11 garden tools I can’t live without

Spring is finally starting to show her head in my neck of the woods.  I have gone through the seed catalogs, looking through my gardening books, dreaming big and making plans.  You know, basically driving my husband up the wall.  This year we are moving my raised bed out to the Farm (aka my Dad’s house) and I am going to plant up his along with my own.  I am going to focus more on curb appeal at our house than having a huge garden. 

I have worked for landscaping companies and greenhouses over the years and I have used my share gardening equipment.  There are lots of tools to choose from but these are the ones that I have found the most versatile.
 
When I worked in landscaping I pruned, a lot.  You will need a good quality hand pruner and a holster.  I use a Felco bypass pruner and an old pliers holster with a metal belt clip.  Keep your pruner sharp and well oiled and it will last you a long time.   The holster really comes in handy when you are out in the yard and see a low hanging branch or water-spout you want to grab, your pruners are right there at your side. 
 
Another handy pocket tool is a folding saw.  This is another tool I picked up from my landscaping days.  With a bit of elbow grease and the correct pruning know how, you can go through a fairly large branch.  Don’t expect to cut down a tree, but you can get most small tree pruning done without having to get a chainsaw or hire a professional.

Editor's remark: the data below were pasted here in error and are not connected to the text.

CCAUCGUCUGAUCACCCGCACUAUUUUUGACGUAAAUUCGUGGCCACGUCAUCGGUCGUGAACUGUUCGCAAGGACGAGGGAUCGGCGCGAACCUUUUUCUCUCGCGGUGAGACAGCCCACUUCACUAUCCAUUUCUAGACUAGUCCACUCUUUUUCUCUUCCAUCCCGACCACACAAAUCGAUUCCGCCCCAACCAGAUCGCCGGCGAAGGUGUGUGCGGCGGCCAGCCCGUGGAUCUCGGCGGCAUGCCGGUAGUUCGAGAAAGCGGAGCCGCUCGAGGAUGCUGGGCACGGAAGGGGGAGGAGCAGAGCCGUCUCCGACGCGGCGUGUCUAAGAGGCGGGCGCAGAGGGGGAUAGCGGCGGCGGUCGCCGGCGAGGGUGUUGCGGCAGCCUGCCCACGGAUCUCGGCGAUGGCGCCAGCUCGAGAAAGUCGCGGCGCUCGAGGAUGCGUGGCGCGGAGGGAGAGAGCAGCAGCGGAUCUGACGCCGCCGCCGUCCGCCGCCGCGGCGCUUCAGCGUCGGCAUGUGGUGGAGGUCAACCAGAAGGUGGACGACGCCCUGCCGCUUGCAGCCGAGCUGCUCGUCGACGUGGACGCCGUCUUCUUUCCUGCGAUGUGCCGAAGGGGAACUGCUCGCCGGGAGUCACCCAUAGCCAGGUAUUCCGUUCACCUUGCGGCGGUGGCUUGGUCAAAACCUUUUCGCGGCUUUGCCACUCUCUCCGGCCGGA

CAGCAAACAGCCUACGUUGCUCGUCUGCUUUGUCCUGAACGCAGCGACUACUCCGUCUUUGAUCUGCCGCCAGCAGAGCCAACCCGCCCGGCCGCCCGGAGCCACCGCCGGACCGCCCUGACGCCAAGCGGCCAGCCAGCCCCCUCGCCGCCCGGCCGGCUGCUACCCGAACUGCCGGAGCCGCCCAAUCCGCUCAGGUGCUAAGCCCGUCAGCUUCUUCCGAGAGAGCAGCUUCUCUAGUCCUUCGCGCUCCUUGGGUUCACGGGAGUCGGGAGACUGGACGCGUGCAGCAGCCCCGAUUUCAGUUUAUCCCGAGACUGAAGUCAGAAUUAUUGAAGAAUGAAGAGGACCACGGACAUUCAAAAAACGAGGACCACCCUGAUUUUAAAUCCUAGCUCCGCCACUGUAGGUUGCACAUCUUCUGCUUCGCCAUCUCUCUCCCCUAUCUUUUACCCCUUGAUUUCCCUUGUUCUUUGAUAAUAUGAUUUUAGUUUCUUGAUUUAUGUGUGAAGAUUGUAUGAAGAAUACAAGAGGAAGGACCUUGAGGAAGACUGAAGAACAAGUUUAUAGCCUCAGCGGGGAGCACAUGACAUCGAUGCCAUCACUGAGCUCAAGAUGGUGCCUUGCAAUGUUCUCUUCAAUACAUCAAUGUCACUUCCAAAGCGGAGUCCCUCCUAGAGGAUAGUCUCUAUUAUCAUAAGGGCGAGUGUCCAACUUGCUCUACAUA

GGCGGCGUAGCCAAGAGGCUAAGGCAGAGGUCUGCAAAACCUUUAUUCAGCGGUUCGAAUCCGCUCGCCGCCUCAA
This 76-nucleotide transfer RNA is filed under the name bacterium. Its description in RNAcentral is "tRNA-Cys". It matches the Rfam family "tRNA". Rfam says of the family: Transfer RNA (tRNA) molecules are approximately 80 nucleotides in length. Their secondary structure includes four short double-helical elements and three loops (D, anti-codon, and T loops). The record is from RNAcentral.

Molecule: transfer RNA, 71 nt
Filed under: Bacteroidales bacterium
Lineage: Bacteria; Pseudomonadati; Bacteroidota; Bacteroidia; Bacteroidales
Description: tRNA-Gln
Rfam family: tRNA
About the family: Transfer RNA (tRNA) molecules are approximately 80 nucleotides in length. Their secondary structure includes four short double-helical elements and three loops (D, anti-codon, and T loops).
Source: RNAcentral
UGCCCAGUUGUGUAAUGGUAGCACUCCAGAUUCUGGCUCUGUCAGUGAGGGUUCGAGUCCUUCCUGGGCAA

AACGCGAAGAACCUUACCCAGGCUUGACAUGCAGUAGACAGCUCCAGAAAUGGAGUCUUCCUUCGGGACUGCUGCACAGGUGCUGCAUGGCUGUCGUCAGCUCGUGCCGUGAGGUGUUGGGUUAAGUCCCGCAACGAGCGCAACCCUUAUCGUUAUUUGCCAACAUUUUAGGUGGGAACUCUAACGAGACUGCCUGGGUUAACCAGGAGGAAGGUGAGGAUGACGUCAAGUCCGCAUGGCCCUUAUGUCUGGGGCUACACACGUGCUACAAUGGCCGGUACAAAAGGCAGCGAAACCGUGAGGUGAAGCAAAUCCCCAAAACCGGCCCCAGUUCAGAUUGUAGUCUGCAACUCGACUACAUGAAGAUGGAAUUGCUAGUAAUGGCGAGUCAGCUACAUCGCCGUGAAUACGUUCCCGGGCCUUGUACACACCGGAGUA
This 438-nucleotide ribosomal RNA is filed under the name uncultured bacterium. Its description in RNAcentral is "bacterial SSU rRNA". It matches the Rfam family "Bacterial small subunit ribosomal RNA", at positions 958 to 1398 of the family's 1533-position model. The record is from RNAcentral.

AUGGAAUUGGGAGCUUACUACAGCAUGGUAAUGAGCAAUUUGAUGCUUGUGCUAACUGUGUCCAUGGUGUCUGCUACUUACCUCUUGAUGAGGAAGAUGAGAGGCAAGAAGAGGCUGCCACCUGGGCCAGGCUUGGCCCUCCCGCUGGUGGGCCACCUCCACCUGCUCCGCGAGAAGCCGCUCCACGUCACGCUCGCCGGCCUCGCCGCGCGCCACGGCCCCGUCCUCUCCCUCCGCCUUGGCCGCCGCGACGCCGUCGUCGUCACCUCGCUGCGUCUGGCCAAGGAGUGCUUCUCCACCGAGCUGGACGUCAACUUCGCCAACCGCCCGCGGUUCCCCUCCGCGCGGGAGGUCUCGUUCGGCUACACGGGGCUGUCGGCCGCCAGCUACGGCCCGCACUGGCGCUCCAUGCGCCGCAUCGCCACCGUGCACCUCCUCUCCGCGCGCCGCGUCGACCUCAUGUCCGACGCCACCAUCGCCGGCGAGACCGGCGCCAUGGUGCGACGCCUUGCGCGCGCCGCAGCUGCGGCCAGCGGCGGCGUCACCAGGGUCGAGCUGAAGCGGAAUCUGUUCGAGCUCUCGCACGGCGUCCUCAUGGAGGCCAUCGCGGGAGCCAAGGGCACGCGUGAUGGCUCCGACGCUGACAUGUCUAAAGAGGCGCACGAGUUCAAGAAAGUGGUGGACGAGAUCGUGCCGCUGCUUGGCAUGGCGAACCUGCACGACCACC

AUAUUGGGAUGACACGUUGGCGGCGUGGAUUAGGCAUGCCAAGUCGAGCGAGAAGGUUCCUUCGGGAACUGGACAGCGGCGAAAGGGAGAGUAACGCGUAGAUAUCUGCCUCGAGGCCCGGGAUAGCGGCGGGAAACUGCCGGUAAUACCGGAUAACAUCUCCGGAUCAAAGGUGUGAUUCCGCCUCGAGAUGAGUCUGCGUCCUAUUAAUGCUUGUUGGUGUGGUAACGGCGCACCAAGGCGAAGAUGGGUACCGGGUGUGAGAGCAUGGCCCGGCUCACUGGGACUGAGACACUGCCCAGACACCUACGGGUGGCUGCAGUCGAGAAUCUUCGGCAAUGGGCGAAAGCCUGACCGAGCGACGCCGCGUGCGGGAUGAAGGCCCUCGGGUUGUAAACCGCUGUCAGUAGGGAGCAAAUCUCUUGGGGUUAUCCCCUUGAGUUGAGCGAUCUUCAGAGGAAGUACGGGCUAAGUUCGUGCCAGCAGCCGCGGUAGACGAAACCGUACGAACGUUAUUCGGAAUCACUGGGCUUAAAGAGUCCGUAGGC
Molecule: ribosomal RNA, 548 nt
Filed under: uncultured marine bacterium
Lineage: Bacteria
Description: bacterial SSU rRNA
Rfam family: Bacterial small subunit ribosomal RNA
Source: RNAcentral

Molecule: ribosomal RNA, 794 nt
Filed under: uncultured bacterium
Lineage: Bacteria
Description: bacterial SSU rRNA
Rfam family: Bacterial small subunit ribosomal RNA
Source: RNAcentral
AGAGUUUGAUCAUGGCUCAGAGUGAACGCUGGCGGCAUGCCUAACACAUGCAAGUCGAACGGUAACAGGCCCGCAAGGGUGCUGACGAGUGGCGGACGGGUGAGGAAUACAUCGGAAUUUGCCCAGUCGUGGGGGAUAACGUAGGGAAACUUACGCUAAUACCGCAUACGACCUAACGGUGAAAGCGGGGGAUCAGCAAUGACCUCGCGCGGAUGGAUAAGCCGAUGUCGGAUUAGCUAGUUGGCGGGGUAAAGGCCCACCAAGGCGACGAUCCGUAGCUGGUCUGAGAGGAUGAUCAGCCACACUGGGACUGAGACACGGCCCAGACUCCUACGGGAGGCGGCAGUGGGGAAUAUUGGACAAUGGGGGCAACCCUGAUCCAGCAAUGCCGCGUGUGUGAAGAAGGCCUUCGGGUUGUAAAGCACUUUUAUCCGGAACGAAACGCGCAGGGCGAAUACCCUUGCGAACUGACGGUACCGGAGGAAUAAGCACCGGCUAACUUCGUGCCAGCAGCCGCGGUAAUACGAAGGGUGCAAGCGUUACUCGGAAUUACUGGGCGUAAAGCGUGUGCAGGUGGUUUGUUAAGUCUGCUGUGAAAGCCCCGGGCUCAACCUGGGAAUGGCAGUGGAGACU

You cannot garden too long without a spade or trowel. Invest in good quality tools, and if you take care of them they can last you for years.  There are many ideas floating around out there about the best way to take care of your tools, everything from stiff brushes to buckets of sand and oil.  I clean mine up after every use, taking a little more care at the end of the gardening season.  Keep the spade sharp, it will make your job easier.
 
On that note, invest in a file and oil.  You will need a larger one for your shovel or spade and a smaller one for your pruners, loppers or hedge trimmers. Check out the felco website for more info and directions on how to sharpen and oil your pruners.
 
There are more gardening gloves out there than I can count, and most of them are pretty much worthless.  Many are pretty and may keep your hands from getting dirty but that is pretty much it.  If you are that worried about getting dirt under your nails, gardening may not really be your thing.  I love these gloves from Atlas with the rubberized palms and fingers.  You are able to grab barberry clipping without sticking your hand.
 
There are two different kinds of rakes:  a leaf rake and a garden rake.  Leaf rakes are pretty self-explanatory but make sure you invest in one with a metal head that is actually bolted to the handle. After a couple of hours (or less) or raking the glue that holds some cheaper rakes to the handle will come off and never really stay on well again.    The same goes for garden rake (which is used to rake dirt, mulch, rock, sand, basically smoothing out any surface.  Invest in a heavy-duty one.
 
One of the cheapest and best clean up tools you can have is a tarp.  The same blue (or green) tarp you can get at the hardware store for a couple of bucks.  You just unfold the tarp (or fold it in half or fourths if you job is smaller) and drag it along behind you as you do yard clean up dumping branches, leaves, etc as you go.

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